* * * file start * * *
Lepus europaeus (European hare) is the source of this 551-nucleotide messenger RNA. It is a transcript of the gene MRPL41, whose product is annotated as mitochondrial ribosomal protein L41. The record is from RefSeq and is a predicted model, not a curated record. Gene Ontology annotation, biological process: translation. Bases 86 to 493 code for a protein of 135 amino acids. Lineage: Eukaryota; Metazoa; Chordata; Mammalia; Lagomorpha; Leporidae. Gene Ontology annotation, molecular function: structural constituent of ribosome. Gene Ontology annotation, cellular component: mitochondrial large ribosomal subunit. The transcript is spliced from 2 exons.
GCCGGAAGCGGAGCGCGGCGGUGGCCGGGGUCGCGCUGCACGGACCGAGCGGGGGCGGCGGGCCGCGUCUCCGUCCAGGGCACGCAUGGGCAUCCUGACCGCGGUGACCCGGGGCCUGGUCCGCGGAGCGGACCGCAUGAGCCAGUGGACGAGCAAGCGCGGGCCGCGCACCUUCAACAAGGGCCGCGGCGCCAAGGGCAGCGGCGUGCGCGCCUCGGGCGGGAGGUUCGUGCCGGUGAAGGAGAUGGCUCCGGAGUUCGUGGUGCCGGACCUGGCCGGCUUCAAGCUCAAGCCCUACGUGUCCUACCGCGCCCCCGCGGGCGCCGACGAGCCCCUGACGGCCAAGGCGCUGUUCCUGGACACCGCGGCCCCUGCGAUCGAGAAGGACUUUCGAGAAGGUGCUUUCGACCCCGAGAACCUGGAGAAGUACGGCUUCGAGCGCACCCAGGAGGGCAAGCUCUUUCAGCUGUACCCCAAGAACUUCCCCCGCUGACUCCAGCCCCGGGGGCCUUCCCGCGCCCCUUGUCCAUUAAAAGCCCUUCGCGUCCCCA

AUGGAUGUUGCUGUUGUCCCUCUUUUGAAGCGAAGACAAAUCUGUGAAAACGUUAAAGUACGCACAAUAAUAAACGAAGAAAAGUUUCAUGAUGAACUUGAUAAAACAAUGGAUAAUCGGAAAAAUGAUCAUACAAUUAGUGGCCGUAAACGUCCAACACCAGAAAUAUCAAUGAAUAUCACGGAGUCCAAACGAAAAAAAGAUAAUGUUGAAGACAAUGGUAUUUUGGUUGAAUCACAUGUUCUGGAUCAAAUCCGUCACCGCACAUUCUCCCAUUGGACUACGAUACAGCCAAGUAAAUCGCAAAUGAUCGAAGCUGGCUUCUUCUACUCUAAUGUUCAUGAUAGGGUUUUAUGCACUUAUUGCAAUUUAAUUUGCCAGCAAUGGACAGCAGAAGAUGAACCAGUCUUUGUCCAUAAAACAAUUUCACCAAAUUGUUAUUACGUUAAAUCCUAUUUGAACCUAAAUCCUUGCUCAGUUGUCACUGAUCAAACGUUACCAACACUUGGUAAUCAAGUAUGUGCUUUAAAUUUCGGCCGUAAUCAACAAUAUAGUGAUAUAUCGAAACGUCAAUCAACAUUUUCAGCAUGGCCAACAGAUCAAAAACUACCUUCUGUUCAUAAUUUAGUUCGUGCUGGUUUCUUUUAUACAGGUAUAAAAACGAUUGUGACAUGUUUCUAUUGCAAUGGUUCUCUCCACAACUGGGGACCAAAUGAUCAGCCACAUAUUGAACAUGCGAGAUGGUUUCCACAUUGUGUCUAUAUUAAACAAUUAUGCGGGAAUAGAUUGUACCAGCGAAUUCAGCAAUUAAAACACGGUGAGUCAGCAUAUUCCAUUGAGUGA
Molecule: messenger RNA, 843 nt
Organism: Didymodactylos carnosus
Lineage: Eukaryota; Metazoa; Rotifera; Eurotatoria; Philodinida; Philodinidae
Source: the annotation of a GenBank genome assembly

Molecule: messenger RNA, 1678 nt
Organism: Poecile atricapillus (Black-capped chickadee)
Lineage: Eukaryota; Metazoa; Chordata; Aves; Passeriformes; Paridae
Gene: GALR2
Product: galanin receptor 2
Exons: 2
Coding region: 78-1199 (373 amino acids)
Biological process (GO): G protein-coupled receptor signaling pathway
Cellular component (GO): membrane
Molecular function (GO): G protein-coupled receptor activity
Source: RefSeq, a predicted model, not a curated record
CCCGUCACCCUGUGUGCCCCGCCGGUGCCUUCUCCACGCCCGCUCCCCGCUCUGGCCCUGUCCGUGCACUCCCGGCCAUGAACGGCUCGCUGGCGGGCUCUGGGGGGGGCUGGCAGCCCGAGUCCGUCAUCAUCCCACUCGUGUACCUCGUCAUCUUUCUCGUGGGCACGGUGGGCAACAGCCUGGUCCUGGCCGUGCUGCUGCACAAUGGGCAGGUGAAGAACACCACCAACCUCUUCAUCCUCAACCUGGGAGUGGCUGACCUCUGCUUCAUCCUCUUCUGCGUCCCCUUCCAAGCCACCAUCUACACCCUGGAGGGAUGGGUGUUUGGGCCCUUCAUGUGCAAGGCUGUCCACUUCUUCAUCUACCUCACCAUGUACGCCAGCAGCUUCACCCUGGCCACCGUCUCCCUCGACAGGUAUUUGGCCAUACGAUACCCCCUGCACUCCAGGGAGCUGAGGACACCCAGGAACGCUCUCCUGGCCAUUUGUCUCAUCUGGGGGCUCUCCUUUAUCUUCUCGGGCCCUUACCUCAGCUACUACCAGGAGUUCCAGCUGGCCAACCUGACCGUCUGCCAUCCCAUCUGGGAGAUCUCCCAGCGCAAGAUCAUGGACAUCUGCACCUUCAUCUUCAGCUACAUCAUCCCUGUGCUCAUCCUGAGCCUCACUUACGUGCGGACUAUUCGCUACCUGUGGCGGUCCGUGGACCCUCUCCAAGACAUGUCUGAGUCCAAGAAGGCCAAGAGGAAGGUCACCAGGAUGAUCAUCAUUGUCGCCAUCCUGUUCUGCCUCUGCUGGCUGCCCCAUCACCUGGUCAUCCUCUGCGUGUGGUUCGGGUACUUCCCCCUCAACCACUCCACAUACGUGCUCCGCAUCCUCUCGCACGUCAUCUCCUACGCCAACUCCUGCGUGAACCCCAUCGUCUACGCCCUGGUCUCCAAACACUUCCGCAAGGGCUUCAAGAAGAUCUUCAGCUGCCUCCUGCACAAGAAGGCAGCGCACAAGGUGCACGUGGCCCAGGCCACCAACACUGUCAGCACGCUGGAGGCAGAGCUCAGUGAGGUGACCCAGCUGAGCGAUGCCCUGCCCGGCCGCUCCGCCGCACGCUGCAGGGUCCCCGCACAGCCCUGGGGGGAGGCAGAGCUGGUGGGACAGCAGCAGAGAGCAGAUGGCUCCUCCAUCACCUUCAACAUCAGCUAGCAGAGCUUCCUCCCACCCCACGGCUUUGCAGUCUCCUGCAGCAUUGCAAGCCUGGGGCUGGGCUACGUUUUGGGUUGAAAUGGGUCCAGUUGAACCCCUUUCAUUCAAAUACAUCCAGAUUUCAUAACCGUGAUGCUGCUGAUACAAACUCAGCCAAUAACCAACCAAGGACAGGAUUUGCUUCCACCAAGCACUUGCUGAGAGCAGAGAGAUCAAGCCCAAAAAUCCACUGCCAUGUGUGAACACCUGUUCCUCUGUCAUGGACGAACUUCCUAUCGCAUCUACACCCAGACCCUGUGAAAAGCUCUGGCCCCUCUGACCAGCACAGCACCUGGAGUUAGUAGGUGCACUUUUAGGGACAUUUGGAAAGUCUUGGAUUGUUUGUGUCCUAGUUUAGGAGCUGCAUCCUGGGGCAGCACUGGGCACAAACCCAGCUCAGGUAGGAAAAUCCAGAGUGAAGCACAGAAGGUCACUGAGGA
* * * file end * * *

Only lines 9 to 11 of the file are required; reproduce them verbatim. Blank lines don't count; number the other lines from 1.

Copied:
Organism: Poecile atricapillus (Black-capped chickadee)
Lineage: Eukaryota; Metazoa; Chordata; Aves; Passeriformes; Paridae
Gene: GALR2